10 Things to Know About Coronavirus

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illustration of coronavirus, image credit Alissa Eckert and Dan Higgins from the Centers for Disease Control and Prevention

The first diagnosis of the respiratory disease caused by the novel (new) coronavirus was in Wuhan in Hubei Province, China in December of 2019. The virus quickly spread throughout China and to the rest of the world, and declared a pandemic on March 11, 2020. There are more than 5.5 million cases worldwide; the United States is the 'epicenter' of the pandemic with more than 1.6 million confirmed cases. Local and state governments have canceled public events, closed schools and nonessential retail businesses, and mandated residents to 'stay at home' to slow the spread of the virus. 

The statistics for the novel coronavirus are updating frequently. For the most current data and prevention guidance, contact your state's health department, visit the CDC website, or refer to this list of CDC and other resources.

Here’s what you need to know about the novel coronavirus:

1. The novel coronavirus is named SARS-CoV-2 and the disease is COVID-19.

The virus is now named SARS-CoV-2, for Severe Acute Respiratory Syndrome-Coronavirus-2, because the virus is very similar to the SARS coronavirus first discovered in 2003. The SARS-CoV-2 disease is named COVID-19, for Coronavirus Disease 2019.

2. The 2019 coronavirus spreads easily from person to person.

On January 30, 2020, the CDC confirmed the first person-to-person transmission of the new coronavirus. SARS-CoV-2 spreads through tiny respiratory droplets from the nose or mouth when an infected person coughs or sneezes. The droplets can make contact within 6 feet. You can contract the coronavirus if these droplets land in your nose or mouth, you inhale them, or you touch a contaminated surface or object and then touch your nose or mouth before washing your hands. 

Infected people are contagious with or without symptoms. Studies show the virus multiplies fast in the nose and throat, even in the beginning of an infection when the person does not yet feel ill. Approximately 25% of infected individuals may not develop symptoms, but are still capable of spreading the virus.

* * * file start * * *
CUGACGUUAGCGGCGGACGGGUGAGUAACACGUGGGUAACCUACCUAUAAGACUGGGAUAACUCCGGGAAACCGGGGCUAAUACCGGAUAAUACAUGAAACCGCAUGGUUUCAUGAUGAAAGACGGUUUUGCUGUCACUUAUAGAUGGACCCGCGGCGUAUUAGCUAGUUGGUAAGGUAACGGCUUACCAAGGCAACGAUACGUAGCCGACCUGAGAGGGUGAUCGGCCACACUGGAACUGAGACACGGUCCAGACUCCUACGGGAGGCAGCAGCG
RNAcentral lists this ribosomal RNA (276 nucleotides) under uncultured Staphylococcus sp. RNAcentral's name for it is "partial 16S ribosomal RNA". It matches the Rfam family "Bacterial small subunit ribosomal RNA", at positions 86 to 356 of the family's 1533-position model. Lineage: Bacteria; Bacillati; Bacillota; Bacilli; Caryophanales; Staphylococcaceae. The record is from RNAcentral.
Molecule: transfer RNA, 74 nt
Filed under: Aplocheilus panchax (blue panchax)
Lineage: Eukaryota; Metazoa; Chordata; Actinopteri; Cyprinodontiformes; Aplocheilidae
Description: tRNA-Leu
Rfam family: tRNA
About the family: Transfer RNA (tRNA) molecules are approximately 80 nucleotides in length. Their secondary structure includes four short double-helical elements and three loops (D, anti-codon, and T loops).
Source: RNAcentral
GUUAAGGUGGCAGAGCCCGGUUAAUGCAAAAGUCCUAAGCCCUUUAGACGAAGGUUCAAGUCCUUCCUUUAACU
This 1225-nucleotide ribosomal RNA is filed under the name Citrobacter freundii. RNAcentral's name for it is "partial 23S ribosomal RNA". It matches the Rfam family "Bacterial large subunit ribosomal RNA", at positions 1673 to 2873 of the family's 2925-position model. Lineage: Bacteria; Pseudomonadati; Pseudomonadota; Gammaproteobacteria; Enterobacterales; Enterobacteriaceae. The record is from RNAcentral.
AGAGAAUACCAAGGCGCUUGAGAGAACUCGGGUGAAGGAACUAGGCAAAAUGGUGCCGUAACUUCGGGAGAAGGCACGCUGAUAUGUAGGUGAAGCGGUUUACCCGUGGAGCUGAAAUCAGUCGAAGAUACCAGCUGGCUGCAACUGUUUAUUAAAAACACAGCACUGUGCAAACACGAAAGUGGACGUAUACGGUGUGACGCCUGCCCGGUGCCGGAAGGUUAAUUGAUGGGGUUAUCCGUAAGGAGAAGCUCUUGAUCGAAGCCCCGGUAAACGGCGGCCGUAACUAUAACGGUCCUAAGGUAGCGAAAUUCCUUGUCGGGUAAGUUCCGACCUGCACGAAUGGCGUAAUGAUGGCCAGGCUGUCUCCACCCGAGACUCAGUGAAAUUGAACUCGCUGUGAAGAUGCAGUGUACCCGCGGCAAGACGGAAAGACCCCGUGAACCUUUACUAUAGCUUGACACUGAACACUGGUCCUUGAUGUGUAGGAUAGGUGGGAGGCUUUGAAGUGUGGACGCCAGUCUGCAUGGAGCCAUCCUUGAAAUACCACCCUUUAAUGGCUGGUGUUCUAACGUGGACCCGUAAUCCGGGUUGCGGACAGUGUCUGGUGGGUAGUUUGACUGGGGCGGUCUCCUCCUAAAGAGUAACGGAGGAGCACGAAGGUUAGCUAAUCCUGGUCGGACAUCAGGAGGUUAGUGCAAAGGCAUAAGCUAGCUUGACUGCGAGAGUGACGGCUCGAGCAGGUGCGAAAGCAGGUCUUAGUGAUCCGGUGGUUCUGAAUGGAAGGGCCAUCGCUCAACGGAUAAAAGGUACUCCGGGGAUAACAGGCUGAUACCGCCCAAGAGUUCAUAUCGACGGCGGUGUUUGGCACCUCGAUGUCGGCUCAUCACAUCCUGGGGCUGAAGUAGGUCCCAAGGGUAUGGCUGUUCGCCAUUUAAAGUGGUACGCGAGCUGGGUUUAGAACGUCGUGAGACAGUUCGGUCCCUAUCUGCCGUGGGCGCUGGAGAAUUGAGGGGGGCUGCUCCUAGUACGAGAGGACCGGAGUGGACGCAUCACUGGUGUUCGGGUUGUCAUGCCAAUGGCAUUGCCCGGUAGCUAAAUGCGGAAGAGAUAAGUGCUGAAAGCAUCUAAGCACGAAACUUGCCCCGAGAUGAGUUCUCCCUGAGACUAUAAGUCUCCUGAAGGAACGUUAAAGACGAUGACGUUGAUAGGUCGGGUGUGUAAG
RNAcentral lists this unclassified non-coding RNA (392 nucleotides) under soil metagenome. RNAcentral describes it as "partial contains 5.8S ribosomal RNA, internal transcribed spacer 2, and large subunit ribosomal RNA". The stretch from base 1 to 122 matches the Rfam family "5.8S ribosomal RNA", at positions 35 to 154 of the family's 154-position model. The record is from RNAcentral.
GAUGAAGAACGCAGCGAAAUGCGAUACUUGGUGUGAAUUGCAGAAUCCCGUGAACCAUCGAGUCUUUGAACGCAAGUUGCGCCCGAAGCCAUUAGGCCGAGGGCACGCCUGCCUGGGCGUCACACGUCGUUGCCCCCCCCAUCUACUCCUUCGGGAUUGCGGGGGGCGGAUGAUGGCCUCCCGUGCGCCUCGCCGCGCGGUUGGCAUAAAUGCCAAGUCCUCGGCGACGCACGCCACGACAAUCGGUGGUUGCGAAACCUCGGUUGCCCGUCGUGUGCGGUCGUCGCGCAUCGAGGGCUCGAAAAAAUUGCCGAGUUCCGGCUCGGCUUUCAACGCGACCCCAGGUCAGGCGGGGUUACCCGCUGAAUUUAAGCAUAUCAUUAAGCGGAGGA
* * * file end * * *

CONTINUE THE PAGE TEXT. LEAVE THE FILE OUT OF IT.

3. The first cases in the United States were mainly in people who traveled from China.

Some of the first known cases of COVID-19 in the United States were in people returning from travel abroad, from China, cruise ships, and subsequently from other countries with COVID-19 spread. These are so-called “imported” cases. On February 25, 2020, the CDC diagnosed the new coronavirus disease in a person who lives in California but who had no known travel history or close contact with an infected person. Doctors consider these "community" cases because they did not arise from a known source.  

4. COVID-19 is widespread in the United States.

The coronavirus is spreading at different rates in different parts of the country. The CDC says the risk to the general public of contracting the virus is still considered low in areas without community spread. However, SARS-CoV-2 is a highly contagious virus and outbreaks are still occurring.

5. Social distancing helps slow the spread of infection.

Since January and early February, the CDC has been warning the country to prepare for a pandemic, but to not panic. Keep in mind the term “pandemic” speaks to the geographical reach of the virus, and not the severity of the disease. Do your part to slow the spread of COVID-19 by 'social distancing,' which is avoiding large public gatherings, wearing a cloth mask over your mouth and nose, and keeping a distance of at least 6 feet from other people. 

'Stay at home,' or 'shelter at home' policies to slow the spread of the new coronavirus are working. They are also giving healthcare providers and hospitals more time to treat people who are sick.

6. COVID-19 symptoms range from mild to severe, and it can be fatal.

The common cold is also spread by a coronavirus (as well as other types of viruses). For some patients, coronavirus symptoms mimic those of a common cold, while others experience the same symptoms that accompany a severe respiratory infection. COVID-19 symptoms include fever, cough, body aches, sore throat, fatigue, phlegm/sputum production, and shortness of breath. An unexpected symptom of COVID-19 is loss of sense of smell. In some cases, the virus attacks the lungs and symptoms are severe enough the patient requires hospital care with supplemental oxygen and fluids, even breathing support with a ventilator. COVID-19 symptoms can appear within 2 to 14 days after exposure.